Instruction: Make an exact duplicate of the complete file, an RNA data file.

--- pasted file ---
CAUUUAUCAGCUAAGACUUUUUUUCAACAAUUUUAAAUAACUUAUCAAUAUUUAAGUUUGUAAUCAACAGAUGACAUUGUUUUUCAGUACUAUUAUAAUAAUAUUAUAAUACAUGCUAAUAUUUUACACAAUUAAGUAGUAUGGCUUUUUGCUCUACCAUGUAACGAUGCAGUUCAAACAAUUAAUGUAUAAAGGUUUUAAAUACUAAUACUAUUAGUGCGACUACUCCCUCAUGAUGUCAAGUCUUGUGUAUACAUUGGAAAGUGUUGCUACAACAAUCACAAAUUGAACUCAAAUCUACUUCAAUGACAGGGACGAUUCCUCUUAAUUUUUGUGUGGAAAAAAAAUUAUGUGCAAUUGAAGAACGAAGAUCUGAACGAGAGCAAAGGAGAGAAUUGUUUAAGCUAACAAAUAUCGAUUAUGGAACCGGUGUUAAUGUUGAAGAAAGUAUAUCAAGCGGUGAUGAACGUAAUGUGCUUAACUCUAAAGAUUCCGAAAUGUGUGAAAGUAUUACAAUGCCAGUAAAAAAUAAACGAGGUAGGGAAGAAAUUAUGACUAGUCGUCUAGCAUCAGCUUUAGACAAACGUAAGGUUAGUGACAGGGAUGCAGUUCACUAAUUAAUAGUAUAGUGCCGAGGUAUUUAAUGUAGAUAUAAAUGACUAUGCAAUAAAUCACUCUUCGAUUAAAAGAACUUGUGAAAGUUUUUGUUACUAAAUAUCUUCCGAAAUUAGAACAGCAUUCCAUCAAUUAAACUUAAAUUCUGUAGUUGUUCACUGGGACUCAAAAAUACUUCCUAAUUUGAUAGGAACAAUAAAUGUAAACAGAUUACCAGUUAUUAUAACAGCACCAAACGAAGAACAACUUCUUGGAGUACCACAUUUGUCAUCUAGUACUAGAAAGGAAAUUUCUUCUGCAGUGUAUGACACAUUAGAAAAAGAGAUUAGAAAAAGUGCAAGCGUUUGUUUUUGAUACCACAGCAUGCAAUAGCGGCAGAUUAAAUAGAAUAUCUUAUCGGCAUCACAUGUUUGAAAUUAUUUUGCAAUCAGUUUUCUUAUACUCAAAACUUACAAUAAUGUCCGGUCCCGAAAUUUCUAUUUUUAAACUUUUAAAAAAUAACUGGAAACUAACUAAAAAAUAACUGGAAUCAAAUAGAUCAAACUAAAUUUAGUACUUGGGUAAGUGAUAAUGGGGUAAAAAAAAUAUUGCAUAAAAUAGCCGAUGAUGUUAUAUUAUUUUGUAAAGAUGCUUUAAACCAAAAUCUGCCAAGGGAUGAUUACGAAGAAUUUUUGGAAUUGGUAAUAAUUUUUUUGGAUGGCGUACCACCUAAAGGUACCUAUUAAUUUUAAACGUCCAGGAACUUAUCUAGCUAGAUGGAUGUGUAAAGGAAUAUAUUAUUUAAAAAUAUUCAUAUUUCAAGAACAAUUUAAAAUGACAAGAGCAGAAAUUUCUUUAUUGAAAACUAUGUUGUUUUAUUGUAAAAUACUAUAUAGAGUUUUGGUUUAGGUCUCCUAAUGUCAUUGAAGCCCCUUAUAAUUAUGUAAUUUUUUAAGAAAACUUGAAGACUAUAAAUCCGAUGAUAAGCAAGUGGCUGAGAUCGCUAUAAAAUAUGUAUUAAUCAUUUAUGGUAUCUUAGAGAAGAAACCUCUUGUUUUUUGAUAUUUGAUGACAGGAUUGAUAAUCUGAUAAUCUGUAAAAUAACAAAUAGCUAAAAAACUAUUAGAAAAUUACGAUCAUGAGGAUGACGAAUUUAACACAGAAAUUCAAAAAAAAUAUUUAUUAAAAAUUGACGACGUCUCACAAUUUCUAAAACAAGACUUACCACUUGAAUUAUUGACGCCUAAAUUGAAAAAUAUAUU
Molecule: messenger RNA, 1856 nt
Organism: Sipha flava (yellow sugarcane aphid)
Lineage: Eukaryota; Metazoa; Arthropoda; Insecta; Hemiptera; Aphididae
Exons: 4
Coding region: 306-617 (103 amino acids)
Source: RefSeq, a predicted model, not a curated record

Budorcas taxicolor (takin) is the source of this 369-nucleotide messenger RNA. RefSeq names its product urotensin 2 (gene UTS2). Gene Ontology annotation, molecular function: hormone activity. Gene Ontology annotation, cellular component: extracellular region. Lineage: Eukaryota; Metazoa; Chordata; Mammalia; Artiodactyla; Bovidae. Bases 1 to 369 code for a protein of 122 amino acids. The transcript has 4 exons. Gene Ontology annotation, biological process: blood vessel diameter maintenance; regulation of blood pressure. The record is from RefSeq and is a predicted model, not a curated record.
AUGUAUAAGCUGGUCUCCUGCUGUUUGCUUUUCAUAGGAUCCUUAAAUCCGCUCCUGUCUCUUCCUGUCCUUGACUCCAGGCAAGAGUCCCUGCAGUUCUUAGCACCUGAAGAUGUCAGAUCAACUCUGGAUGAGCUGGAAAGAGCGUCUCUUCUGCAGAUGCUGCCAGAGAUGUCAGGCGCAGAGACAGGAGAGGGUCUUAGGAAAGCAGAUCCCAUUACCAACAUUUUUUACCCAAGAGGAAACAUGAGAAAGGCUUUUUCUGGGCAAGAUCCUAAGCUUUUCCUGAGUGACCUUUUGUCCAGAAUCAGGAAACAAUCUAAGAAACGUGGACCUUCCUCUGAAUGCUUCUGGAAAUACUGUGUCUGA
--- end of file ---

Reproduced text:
CAUUUAUCAGCUAAGACUUUUUUUCAACAAUUUUAAAUAACUUAUCAAUAUUUAAGUUUGUAAUCAACAGAUGACAUUGUUUUUCAGUACUAUUAUAAUAAUAUUAUAAUACAUGCUAAUAUUUUACACAAUUAAGUAGUAUGGCUUUUUGCUCUACCAUGUAACGAUGCAGUUCAAACAAUUAAUGUAUAAAGGUUUUAAAUACUAAUACUAUUAGUGCGACUACUCCCUCAUGAUGUCAAGUCUUGUGUAUACAUUGGAAAGUGUUGCUACAACAAUCACAAAUUGAACUCAAAUCUACUUCAAUGACAGGGACGAUUCCUCUUAAUUUUUGUGUGGAAAAAAAAUUAUGUGCAAUUGAAGAACGAAGAUCUGAACGAGAGCAAAGGAGAGAAUUGUUUAAGCUAACAAAUAUCGAUUAUGGAACCGGUGUUAAUGUUGAAGAAAGUAUAUCAAGCGGUGAUGAACGUAAUGUGCUUAACUCUAAAGAUUCCGAAAUGUGUGAAAGUAUUACAAUGCCAGUAAAAAAUAAACGAGGUAGGGAAGAAAUUAUGACUAGUCGUCUAGCAUCAGCUUUAGACAAACGUAAGGUUAGUGACAGGGAUGCAGUUCACUAAUUAAUAGUAUAGUGCCGAGGUAUUUAAUGUAGAUAUAAAUGACUAUGCAAUAAAUCACUCUUCGAUUAAAAGAACUUGUGAAAGUUUUUGUUACUAAAUAUCUUCCGAAAUUAGAACAGCAUUCCAUCAAUUAAACUUAAAUUCUGUAGUUGUUCACUGGGACUCAAAAAUACUUCCUAAUUUGAUAGGAACAAUAAAUGUAAACAGAUUACCAGUUAUUAUAACAGCACCAAACGAAGAACAACUUCUUGGAGUACCACAUUUGUCAUCUAGUACUAGAAAGGAAAUUUCUUCUGCAGUGUAUGACACAUUAGAAAAAGAGAUUAGAAAAAGUGCAAGCGUUUGUUUUUGAUACCACAGCAUGCAAUAGCGGCAGAUUAAAUAGAAUAUCUUAUCGGCAUCACAUGUUUGAAAUUAUUUUGCAAUCAGUUUUCUUAUACUCAAAACUUACAAUAAUGUCCGGUCCCGAAAUUUCUAUUUUUAAACUUUUAAAAAAUAACUGGAAACUAACUAAAAAAUAACUGGAAUCAAAUAGAUCAAACUAAAUUUAGUACUUGGGUAAGUGAUAAUGGGGUAAAAAAAAUAUUGCAUAAAAUAGCCGAUGAUGUUAUAUUAUUUUGUAAAGAUGCUUUAAACCAAAAUCUGCCAAGGGAUGAUUACGAAGAAUUUUUGGAAUUGGUAAUAAUUUUUUUGGAUGGCGUACCACCUAAAGGUACCUAUUAAUUUUAAACGUCCAGGAACUUAUCUAGCUAGAUGGAUGUGUAAAGGAAUAUAUUAUUUAAAAAUAUUCAUAUUUCAAGAACAAUUUAAAAUGACAAGAGCAGAAAUUUCUUUAUUGAAAACUAUGUUGUUUUAUUGUAAAAUACUAUAUAGAGUUUUGGUUUAGGUCUCCUAAUGUCAUUGAAGCCCCUUAUAAUUAUGUAAUUUUUUAAGAAAACUUGAAGACUAUAAAUCCGAUGAUAAGCAAGUGGCUGAGAUCGCUAUAAAAUAUGUAUUAAUCAUUUAUGGUAUCUUAGAGAAGAAACCUCUUGUUUUUUGAUAUUUGAUGACAGGAUUGAUAAUCUGAUAAUCUGUAAAAUAACAAAUAGCUAAAAAACUAUUAGAAAAUUACGAUCAUGAGGAUGACGAAUUUAACACAGAAAUUCAAAAAAAAUAUUUAUUAAAAAUUGACGACGUCUCACAAUUUCUAAAACAAGACUUACCACUUGAAUUAUUGACGCCUAAAUUGAAAAAUAUAUU
Molecule: messenger RNA, 1856 nt
Organism: Sipha flava (yellow sugarcane aphid)
Lineage: Eukaryota; Metazoa; Arthropoda; Insecta; Hemiptera; Aphididae
Exons: 4
Coding region: 306-617 (103 amino acids)
Source: RefSeq, a predicted model, not a curated record

Budorcas taxicolor (takin) is the source of this 369-nucleotide messenger RNA. RefSeq names its product urotensin 2 (gene UTS2). Gene Ontology annotation, molecular function: hormone activity. Gene Ontology annotation, cellular component: extracellular region. Lineage: Eukaryota; Metazoa; Chordata; Mammalia; Artiodactyla; Bovidae. Bases 1 to 369 code for a protein of 122 amino acids. The transcript has 4 exons. Gene Ontology annotation, biological process: blood vessel diameter maintenance; regulation of blood pressure. The record is from RefSeq and is a predicted model, not a curated record.
AUGUAUAAGCUGGUCUCCUGCUGUUUGCUUUUCAUAGGAUCCUUAAAUCCGCUCCUGUCUCUUCCUGUCCUUGACUCCAGGCAAGAGUCCCUGCAGUUCUUAGCACCUGAAGAUGUCAGAUCAACUCUGGAUGAGCUGGAAAGAGCGUCUCUUCUGCAGAUGCUGCCAGAGAUGUCAGGCGCAGAGACAGGAGAGGGUCUUAGGAAAGCAGAUCCCAUUACCAACAUUUUUUACCCAAGAGGAAACAUGAGAAAGGCUUUUUCUGGGCAAGAUCCUAAGCUUUUCCUGAGUGACCUUUUGUCCAGAAUCAGGAAACAAUCUAAGAAACGUGGACCUUCCUCUGAAUGCUUCUGGAAAUACUGUGUCUGA